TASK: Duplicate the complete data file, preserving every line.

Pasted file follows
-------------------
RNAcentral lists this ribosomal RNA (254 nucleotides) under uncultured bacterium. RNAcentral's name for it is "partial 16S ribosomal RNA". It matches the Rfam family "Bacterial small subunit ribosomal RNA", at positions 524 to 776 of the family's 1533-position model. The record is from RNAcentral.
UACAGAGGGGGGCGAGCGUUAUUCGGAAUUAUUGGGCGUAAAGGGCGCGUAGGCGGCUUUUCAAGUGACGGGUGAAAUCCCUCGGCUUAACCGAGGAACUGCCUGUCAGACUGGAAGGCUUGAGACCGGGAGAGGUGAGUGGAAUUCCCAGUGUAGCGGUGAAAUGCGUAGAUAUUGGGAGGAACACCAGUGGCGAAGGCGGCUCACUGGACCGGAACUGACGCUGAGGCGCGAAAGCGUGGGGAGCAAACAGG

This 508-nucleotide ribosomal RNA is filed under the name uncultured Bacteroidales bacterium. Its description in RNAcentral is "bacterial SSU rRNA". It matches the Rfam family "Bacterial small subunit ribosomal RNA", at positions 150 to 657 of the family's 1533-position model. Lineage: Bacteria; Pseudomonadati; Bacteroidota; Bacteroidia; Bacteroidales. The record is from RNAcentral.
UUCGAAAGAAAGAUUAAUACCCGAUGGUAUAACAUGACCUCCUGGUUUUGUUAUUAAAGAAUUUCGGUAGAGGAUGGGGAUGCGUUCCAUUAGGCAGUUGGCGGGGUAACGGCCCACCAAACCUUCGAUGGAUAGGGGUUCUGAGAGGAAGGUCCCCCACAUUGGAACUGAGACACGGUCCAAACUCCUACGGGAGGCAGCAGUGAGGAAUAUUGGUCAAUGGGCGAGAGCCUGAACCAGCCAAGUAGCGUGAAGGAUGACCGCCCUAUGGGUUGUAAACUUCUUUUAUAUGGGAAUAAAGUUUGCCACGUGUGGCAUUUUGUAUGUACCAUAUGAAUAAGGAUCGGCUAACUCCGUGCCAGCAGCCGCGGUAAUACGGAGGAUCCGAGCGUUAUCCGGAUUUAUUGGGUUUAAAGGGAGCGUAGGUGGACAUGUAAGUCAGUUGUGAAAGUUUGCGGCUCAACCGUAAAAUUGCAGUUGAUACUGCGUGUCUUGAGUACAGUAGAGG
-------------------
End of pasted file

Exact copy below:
RNAcentral lists this ribosomal RNA (254 nucleotides) under uncultured bacterium. RNAcentral's name for it is "partial 16S ribosomal RNA". It matches the Rfam family "Bacterial small subunit ribosomal RNA", at positions 524 to 776 of the family's 1533-position model. The record is from RNAcentral.
UACAGAGGGGGGCGAGCGUUAUUCGGAAUUAUUGGGCGUAAAGGGCGCGUAGGCGGCUUUUCAAGUGACGGGUGAAAUCCCUCGGCUUAACCGAGGAACUGCCUGUCAGACUGGAAGGCUUGAGACCGGGAGAGGUGAGUGGAAUUCCCAGUGUAGCGGUGAAAUGCGUAGAUAUUGGGAGGAACACCAGUGGCGAAGGCGGCUCACUGGACCGGAACUGACGCUGAGGCGCGAAAGCGUGGGGAGCAAACAGG

This 508-nucleotide ribosomal RNA is filed under the name uncultured Bacteroidales bacterium. Its description in RNAcentral is "bacterial SSU rRNA". It matches the Rfam family "Bacterial small subunit ribosomal RNA", at positions 150 to 657 of the family's 1533-position model. Lineage: Bacteria; Pseudomonadati; Bacteroidota; Bacteroidia; Bacteroidales. The record is from RNAcentral.
UUCGAAAGAAAGAUUAAUACCCGAUGGUAUAACAUGACCUCCUGGUUUUGUUAUUAAAGAAUUUCGGUAGAGGAUGGGGAUGCGUUCCAUUAGGCAGUUGGCGGGGUAACGGCCCACCAAACCUUCGAUGGAUAGGGGUUCUGAGAGGAAGGUCCCCCACAUUGGAACUGAGACACGGUCCAAACUCCUACGGGAGGCAGCAGUGAGGAAUAUUGGUCAAUGGGCGAGAGCCUGAACCAGCCAAGUAGCGUGAAGGAUGACCGCCCUAUGGGUUGUAAACUUCUUUUAUAUGGGAAUAAAGUUUGCCACGUGUGGCAUUUUGUAUGUACCAUAUGAAUAAGGAUCGGCUAACUCCGUGCCAGCAGCCGCGGUAAUACGGAGGAUCCGAGCGUUAUCCGGAUUUAUUGGGUUUAAAGGGAGCGUAGGUGGACAUGUAAGUCAGUUGUGAAAGUUUGCGGCUCAACCGUAAAAUUGCAGUUGAUACUGCGUGUCUUGAGUACAGUAGAGG